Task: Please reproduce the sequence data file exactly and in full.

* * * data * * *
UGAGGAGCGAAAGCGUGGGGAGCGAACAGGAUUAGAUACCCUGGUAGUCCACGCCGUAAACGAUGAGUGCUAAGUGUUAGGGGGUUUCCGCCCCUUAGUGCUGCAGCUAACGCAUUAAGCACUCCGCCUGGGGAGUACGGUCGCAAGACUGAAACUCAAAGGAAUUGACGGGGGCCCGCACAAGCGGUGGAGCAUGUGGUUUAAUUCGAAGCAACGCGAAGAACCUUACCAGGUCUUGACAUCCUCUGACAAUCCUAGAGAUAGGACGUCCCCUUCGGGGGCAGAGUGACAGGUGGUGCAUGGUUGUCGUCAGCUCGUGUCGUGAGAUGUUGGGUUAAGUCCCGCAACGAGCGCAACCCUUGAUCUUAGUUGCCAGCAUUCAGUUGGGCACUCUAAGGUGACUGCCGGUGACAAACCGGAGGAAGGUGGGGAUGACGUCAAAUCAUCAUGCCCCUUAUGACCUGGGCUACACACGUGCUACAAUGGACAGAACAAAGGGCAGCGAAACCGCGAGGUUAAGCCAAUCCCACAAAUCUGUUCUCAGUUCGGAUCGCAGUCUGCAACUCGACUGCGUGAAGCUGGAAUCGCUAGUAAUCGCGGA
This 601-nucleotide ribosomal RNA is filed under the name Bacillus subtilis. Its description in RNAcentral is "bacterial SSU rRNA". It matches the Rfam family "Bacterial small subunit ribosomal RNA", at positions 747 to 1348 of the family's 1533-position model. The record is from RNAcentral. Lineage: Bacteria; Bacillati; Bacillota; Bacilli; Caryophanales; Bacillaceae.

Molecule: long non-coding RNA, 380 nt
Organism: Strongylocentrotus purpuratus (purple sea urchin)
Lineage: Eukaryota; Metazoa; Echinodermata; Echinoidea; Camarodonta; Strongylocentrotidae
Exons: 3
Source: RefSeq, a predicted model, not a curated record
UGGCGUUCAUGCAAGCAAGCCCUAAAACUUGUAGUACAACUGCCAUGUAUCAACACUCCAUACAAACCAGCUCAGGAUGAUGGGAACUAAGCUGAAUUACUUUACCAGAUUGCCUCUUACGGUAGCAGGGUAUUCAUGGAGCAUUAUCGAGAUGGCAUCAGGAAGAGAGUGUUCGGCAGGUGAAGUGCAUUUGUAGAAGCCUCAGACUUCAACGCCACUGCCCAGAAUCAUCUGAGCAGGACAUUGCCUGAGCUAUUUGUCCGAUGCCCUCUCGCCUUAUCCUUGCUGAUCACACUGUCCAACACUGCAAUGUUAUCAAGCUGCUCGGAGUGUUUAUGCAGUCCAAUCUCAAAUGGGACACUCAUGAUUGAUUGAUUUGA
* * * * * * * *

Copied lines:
UGAGGAGCGAAAGCGUGGGGAGCGAACAGGAUUAGAUACCCUGGUAGUCCACGCCGUAAACGAUGAGUGCUAAGUGUUAGGGGGUUUCCGCCCCUUAGUGCUGCAGCUAACGCAUUAAGCACUCCGCCUGGGGAGUACGGUCGCAAGACUGAAACUCAAAGGAAUUGACGGGGGCCCGCACAAGCGGUGGAGCAUGUGGUUUAAUUCGAAGCAACGCGAAGAACCUUACCAGGUCUUGACAUCCUCUGACAAUCCUAGAGAUAGGACGUCCCCUUCGGGGGCAGAGUGACAGGUGGUGCAUGGUUGUCGUCAGCUCGUGUCGUGAGAUGUUGGGUUAAGUCCCGCAACGAGCGCAACCCUUGAUCUUAGUUGCCAGCAUUCAGUUGGGCACUCUAAGGUGACUGCCGGUGACAAACCGGAGGAAGGUGGGGAUGACGUCAAAUCAUCAUGCCCCUUAUGACCUGGGCUACACACGUGCUACAAUGGACAGAACAAAGGGCAGCGAAACCGCGAGGUUAAGCCAAUCCCACAAAUCUGUUCUCAGUUCGGAUCGCAGUCUGCAACUCGACUGCGUGAAGCUGGAAUCGCUAGUAAUCGCGGA
This 601-nucleotide ribosomal RNA is filed under the name Bacillus subtilis. Its description in RNAcentral is "bacterial SSU rRNA". It matches the Rfam family "Bacterial small subunit ribosomal RNA", at positions 747 to 1348 of the family's 1533-position model. The record is from RNAcentral. Lineage: Bacteria; Bacillati; Bacillota; Bacilli; Caryophanales; Bacillaceae.

Molecule: long non-coding RNA, 380 nt
Organism: Strongylocentrotus purpuratus (purple sea urchin)
Lineage: Eukaryota; Metazoa; Echinodermata; Echinoidea; Camarodonta; Strongylocentrotidae
Exons: 3
Source: RefSeq, a predicted model, not a curated record
UGGCGUUCAUGCAAGCAAGCCCUAAAACUUGUAGUACAACUGCCAUGUAUCAACACUCCAUACAAACCAGCUCAGGAUGAUGGGAACUAAGCUGAAUUACUUUACCAGAUUGCCUCUUACGGUAGCAGGGUAUUCAUGGAGCAUUAUCGAGAUGGCAUCAGGAAGAGAGUGUUCGGCAGGUGAAGUGCAUUUGUAGAAGCCUCAGACUUCAACGCCACUGCCCAGAAUCAUCUGAGCAGGACAUUGCCUGAGCUAUUUGUCCGAUGCCCUCUCGCCUUAUCCUUGCUGAUCACACUGUCCAACACUGCAAUGUUAUCAAGCUGCUCGGAGUGUUUAUGCAGUCCAAUCUCAAAUGGGACACUCAUGAUUGAUUGAUUUGA